Common Data Interchange Format

The Common Data Interchange Format (CDIF) standard would allow vendors to share information contained in their repositories with other tools, as shown above.

Fig. 1

Source: Viktor Ohnjec

During the OMG meeting, it was pointed out that some OOAD tool vendors had already tried to work together, specifically through a Common Data Interchange Format (CDIF), which had been suggested as an EIA (Electronic Industries Association) standard several years prior. The CDIF standard was to allow vendors to share information contained in their repositories with other tools, both to supplement the capabilities of any given tool in a more easily integrated format and to give users the ability to use different modeling tools if they so desired. Although not universally accepted, CDIF was in fact supported by certain tool vendors, and some suggested that reinventing the wheel in this area would be counter productive. Said Rational's Director of Object Technology, Jon Hopkins, "The OMG originally thought that a standard OOAD meta-model would be a good thing to standardize. That evolved into the need for a standard meta-object facility (in other words, a meta-meta model), a standard interchange format and a standard OOAD object model." (See Fig. 1.)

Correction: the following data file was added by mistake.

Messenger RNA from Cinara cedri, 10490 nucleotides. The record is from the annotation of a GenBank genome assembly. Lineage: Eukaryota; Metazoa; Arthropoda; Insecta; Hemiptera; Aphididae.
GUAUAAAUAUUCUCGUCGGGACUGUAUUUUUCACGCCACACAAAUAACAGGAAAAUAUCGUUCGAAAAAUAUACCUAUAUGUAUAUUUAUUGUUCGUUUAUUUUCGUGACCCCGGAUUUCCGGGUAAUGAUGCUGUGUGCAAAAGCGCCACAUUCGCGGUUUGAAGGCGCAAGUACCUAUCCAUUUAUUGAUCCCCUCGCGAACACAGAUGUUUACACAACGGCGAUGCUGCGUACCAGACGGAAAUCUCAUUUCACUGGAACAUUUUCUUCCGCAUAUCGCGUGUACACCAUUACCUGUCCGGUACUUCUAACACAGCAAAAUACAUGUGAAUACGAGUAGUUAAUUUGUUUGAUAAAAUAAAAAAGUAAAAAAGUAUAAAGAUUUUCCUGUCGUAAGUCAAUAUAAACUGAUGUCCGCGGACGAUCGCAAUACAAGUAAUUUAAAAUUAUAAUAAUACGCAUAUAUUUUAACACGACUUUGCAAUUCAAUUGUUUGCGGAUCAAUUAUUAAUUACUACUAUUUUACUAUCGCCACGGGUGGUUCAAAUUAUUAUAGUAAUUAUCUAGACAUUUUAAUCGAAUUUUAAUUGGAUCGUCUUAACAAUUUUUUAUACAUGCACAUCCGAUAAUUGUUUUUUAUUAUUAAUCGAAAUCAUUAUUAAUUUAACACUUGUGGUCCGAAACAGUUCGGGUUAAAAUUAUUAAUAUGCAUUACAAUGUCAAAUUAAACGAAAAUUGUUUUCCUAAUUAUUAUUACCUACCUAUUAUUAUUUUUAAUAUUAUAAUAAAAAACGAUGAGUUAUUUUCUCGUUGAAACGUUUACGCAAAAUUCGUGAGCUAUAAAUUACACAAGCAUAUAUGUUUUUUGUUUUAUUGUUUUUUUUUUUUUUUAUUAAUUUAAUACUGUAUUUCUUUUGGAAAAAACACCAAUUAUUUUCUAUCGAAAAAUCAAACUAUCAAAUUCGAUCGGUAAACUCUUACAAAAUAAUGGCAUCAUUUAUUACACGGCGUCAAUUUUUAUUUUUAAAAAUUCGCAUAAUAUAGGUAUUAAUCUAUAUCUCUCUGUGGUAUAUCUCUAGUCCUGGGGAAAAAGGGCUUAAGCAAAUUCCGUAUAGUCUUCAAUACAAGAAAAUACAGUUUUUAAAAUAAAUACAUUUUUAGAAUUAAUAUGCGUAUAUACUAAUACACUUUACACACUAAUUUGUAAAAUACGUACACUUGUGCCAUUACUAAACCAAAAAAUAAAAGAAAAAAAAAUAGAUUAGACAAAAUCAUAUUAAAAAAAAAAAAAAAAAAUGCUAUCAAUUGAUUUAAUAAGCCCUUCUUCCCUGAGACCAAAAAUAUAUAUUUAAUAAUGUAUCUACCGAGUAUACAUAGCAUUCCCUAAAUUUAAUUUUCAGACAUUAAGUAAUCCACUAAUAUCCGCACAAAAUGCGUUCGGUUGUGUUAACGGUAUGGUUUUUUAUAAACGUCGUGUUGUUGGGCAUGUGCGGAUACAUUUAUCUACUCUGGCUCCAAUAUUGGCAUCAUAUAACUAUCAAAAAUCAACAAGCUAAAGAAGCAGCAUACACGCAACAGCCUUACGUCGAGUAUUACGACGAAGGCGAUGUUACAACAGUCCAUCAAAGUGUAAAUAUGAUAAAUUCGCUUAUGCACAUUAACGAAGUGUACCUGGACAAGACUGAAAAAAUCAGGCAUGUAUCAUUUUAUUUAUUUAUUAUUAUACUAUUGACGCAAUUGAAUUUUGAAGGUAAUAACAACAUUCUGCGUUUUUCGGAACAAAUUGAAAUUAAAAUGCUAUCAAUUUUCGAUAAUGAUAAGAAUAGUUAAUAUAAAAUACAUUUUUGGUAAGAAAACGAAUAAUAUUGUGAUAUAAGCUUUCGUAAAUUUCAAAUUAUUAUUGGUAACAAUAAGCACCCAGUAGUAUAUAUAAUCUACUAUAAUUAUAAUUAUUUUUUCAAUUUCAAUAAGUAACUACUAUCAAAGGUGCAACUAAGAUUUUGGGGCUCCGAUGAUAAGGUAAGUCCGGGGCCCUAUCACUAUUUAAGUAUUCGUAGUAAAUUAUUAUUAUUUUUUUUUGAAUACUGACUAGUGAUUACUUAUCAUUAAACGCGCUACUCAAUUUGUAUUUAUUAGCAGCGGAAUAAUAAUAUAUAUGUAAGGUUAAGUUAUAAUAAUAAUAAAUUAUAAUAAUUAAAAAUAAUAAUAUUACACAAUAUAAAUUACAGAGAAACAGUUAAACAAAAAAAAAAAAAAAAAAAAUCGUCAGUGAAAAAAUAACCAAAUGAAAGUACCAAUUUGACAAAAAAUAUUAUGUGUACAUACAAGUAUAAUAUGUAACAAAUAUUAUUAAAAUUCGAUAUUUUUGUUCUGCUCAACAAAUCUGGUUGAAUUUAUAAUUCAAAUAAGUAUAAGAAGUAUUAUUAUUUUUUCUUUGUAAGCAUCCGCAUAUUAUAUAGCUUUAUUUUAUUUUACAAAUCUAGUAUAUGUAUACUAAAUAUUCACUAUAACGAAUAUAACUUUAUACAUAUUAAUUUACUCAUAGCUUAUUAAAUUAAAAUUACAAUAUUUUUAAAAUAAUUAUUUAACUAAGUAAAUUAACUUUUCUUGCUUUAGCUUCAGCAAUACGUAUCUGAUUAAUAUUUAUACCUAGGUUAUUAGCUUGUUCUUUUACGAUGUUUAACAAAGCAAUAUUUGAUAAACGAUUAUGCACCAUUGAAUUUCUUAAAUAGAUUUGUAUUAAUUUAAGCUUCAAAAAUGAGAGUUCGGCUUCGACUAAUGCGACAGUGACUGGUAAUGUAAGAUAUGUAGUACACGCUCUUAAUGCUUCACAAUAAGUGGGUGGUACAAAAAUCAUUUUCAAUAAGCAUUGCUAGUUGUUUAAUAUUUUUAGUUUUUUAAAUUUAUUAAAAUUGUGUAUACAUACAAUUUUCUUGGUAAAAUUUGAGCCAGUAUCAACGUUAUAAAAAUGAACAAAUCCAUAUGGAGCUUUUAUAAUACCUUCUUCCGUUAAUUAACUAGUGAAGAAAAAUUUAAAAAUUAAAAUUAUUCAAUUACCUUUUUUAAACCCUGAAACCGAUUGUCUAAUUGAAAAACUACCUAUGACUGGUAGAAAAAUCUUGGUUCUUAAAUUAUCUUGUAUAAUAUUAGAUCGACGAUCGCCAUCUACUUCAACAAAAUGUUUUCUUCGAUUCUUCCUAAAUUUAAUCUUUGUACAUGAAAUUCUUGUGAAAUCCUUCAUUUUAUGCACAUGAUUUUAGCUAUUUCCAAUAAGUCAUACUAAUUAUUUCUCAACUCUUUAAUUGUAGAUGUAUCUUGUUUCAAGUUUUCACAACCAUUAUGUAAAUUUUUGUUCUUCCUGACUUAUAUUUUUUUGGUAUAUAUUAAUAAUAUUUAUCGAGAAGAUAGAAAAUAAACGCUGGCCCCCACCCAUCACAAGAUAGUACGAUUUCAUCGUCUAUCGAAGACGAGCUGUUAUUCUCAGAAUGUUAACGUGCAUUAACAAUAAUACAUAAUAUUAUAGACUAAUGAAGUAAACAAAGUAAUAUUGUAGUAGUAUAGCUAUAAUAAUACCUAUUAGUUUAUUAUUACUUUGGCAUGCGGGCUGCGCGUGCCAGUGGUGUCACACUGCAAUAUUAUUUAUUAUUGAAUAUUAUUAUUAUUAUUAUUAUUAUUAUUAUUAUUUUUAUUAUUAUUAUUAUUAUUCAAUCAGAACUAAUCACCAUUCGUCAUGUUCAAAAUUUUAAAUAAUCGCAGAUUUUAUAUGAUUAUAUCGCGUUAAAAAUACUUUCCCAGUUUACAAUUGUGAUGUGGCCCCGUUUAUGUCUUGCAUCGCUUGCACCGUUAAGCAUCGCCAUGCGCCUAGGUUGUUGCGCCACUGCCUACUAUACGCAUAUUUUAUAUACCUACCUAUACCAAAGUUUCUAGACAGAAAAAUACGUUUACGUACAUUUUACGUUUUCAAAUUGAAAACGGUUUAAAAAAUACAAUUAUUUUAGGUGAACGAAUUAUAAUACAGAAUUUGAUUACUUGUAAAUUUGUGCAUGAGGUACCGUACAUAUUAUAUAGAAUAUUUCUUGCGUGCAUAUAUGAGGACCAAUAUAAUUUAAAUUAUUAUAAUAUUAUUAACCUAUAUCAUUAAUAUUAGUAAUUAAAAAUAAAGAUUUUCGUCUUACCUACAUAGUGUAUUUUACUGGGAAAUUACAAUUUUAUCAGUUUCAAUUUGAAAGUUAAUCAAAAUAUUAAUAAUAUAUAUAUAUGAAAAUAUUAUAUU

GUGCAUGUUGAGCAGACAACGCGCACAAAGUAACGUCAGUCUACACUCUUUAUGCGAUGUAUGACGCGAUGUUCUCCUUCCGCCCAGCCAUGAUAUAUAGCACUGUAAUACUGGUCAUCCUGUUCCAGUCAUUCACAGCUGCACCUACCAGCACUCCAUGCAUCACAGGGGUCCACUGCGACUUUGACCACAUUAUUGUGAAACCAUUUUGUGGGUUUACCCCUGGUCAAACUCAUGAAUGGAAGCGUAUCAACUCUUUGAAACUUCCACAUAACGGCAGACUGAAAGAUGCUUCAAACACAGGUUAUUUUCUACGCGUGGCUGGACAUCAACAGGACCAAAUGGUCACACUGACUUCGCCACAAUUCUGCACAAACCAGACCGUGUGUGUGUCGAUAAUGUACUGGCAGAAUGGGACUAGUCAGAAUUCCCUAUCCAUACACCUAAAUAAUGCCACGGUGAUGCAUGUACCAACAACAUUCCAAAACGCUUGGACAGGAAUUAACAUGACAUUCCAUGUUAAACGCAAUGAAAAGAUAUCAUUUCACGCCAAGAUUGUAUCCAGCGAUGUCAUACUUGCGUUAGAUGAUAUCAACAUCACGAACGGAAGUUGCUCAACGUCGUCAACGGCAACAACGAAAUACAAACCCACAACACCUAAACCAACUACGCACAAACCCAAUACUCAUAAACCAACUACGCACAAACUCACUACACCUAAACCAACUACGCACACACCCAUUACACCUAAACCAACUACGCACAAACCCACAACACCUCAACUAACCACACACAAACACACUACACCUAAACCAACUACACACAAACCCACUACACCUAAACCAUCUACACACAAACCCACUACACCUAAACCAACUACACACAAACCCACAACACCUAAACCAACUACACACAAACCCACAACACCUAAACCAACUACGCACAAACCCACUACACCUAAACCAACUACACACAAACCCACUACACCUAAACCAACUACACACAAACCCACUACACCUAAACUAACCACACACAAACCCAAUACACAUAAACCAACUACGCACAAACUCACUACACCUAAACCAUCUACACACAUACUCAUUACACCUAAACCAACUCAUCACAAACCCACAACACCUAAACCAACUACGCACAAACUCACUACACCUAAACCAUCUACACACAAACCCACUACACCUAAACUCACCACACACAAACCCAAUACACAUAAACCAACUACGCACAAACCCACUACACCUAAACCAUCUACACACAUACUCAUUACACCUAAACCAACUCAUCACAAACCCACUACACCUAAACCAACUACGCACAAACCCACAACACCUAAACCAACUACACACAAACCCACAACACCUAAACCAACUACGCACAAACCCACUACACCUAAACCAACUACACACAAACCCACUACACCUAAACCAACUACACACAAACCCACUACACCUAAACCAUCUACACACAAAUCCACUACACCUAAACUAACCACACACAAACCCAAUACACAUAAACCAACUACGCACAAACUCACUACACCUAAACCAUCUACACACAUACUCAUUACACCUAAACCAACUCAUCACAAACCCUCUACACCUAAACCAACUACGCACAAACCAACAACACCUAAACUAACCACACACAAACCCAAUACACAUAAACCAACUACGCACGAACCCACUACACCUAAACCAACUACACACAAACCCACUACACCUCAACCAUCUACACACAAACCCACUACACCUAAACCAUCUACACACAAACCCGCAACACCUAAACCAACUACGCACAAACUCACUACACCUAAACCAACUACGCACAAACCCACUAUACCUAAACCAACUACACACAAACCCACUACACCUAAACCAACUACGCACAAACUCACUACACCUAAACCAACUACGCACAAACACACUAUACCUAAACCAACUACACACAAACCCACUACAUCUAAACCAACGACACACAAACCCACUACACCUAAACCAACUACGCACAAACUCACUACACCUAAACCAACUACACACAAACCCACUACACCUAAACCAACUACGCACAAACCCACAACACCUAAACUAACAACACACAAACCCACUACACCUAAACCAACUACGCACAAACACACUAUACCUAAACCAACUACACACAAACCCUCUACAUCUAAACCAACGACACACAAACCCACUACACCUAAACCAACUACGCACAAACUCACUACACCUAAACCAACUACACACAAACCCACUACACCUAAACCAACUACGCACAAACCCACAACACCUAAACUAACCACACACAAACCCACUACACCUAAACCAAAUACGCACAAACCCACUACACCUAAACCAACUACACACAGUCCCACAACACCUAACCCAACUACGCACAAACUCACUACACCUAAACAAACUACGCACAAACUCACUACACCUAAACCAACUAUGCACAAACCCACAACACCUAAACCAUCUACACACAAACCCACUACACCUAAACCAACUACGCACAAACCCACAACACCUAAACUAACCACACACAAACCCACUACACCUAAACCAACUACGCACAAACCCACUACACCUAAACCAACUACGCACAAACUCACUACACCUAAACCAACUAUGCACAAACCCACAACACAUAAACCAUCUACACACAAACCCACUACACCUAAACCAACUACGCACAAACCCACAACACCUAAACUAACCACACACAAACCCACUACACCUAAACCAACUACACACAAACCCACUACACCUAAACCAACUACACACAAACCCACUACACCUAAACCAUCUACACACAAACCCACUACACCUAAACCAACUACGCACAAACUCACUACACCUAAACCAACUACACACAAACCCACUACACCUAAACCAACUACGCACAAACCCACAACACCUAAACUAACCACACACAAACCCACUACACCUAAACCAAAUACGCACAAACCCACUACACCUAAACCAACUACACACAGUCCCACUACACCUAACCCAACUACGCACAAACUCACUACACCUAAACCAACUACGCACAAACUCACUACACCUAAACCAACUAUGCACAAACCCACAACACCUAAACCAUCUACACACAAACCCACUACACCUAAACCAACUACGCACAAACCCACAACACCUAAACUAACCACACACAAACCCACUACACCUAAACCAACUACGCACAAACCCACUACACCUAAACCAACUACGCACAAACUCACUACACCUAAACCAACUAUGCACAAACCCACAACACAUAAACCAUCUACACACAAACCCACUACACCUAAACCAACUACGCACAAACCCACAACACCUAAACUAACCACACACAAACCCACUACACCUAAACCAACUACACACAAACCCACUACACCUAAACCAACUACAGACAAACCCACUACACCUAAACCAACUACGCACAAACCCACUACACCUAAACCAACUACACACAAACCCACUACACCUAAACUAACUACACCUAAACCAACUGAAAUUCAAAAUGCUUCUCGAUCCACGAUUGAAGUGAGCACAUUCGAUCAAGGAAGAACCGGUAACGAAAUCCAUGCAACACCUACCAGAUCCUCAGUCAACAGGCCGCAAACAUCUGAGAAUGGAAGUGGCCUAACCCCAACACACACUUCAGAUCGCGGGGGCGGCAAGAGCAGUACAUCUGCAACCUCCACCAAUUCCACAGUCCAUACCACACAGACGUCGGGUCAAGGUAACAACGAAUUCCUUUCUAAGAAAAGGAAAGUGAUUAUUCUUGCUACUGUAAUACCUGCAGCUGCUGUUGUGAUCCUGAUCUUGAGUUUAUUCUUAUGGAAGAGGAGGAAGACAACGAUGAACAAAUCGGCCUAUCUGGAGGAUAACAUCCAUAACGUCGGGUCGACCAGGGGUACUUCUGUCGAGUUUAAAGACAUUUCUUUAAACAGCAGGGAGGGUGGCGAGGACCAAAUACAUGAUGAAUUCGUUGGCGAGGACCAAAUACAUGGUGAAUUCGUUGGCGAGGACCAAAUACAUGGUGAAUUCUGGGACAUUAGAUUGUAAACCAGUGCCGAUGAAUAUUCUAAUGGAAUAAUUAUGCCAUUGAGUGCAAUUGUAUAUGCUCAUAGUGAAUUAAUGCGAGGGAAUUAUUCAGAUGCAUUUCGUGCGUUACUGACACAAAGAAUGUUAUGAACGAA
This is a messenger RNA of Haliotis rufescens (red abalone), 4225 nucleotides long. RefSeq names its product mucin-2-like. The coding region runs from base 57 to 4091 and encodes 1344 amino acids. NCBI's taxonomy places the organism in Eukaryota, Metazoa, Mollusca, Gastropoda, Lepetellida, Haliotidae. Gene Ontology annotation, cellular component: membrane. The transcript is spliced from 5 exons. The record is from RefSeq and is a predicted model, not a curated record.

The other question was whether or not to attempt to create a single methodology as the OMG standard. Such a move would have put tool vendors and training organizations in the position where their features and services would be the main added value offered to clients, rather than their support for any one specific methodology. This goal was considered to be too challenging initially. Instead, the group took on the goal of driving a common meta-model for any methodology. A meta-model would allow the underlying definition of object technology concepts to be fundamentally the same, regardless of which specific notation was chosen, and would then still support a convergence in the industry while allowing the notation and process elements of a methodology to be considered later.

The task at hand